Pages of the Oasis

Thursday, August 15, 2013

More About Getting Around Saudi Arabia

About Bus and Airplane Travel

I didn’t try to buy a ticket from a bus terminal so I can’t give any advice about that.
I heard that you could buy seats on private charter buses going to specific destinations outside of Riyadh by going through a travel agency.

Buying tickets for air travel was as you’d expect, and easy to do. You can also book them through a travel agency.

It wasn’t acceptable for people, especially women, to go walking around by themselves.

You simply didn’t see people doing this.

This is a car culture and so hot outside that everyone drives around.

So there you have it: the transportation scene and getting around Riyadh and Saudi Arabia in general.

About Walking Around Riyadh, Saudi Arabia

Walking around is not common. It’s not comfortable since it’s so hot, windy and dusty in Riyadh, and it’s not considered safe or well mannered behaviour.

When I walked to the local grocery store, I got honked at and sometimes men would yell ‘ haram’ (prohibited) when they saw me, even when I was wearing an abaya and hijab, especially if I was walking near sundown, or if a wind blew up and exposed my ankles.

And almost half as often, men would yell that they loved me as they whizzed by.

Some men stalked me (follow you in their cars) as I walked home. They were easy to ditch by changing direction, crossing the street, going back to a well lit major roadway, or going into a store.

For the most part, I think the stalking is motivated by pure curiosity. You just don’t see women outside of vehicles and malls or stores, and hardly ever alone, really so you really stick out as a foreigner if you walk around, even if you are just going a few blocks.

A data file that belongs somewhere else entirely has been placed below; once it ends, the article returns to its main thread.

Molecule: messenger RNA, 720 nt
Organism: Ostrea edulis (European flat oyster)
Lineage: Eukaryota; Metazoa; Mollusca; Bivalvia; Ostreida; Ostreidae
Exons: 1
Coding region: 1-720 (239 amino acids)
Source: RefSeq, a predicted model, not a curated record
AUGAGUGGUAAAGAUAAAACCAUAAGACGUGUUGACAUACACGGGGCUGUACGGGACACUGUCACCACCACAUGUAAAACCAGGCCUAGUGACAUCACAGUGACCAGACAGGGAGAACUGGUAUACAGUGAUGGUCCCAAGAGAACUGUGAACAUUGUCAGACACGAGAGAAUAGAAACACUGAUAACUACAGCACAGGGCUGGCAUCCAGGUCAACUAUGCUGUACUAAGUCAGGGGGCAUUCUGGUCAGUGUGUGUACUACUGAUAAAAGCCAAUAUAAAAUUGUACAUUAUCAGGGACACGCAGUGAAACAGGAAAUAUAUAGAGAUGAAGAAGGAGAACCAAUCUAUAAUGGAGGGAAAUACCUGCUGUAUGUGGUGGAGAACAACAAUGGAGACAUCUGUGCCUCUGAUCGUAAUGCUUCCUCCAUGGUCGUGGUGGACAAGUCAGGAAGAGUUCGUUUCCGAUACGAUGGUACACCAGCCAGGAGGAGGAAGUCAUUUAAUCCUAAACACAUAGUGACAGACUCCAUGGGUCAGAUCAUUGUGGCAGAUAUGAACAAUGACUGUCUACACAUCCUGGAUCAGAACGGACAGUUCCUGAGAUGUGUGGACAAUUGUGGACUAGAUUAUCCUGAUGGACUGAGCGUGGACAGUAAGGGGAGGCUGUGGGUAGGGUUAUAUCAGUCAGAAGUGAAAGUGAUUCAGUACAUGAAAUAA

I was used to overt sexual harassment after living for years in South America, where men of all ages routinely whistle, honk and tell you compliments as a matter of course, where ever you go. It bounces right off me.

But a lot of women I worked with were completely unsettled by any male attention and honking, especially if men yelled  ‘haram’ ( prohibited) at them.

There is an arm of the local police called the ‘mutawah’ whose job it is to ride around looking for people who are not following what they consider acceptable dress practices. They are especially on the lookout for women who don’t cover their hair adequately or have abayas long enough to cover up from neck to ankle and angrily react if they see this. They will approach you and  ask or demand that you to wear a hijab (hair veil) or fix your clothing to be more fully covered.

It’s helpful to know that all they can do legally is ‘advise’. You don’t have to get into their cars or let them cart you off to jail. Personally, I think it’s best to adopt the attitude of  ‘when in Rome, do as the Romans do’ as a sign of respect and to make it easier. You’re not going to change their culture. After all, it’s no secret that women are expected to wear an abaya and hijab and not attract attention to themselves.  I was surprised by how easy it was to get used to wearing an abaya and hijab in public, to be honest.

Once a man in a very expensive car followed me  as I walked home, right up to the door of my apartment-hotel and then politely but firmly lectured me for 10 minutes. He was very concerned for my safety and had followed me at a safe distance to make sure I got home without incident. He had excellent English and wanted me to know it wasn’t safe to walk alone. He had the best of intentions and I appreciated his genuine concern, although I was very surprised by his reaction and this turn of events. I admit that it made me think twice about doing it again.

So, to wrap up, to be safe and comfortable, always take a taxi. And use your street smarts if you decide to walk anywhere, just to be safe.

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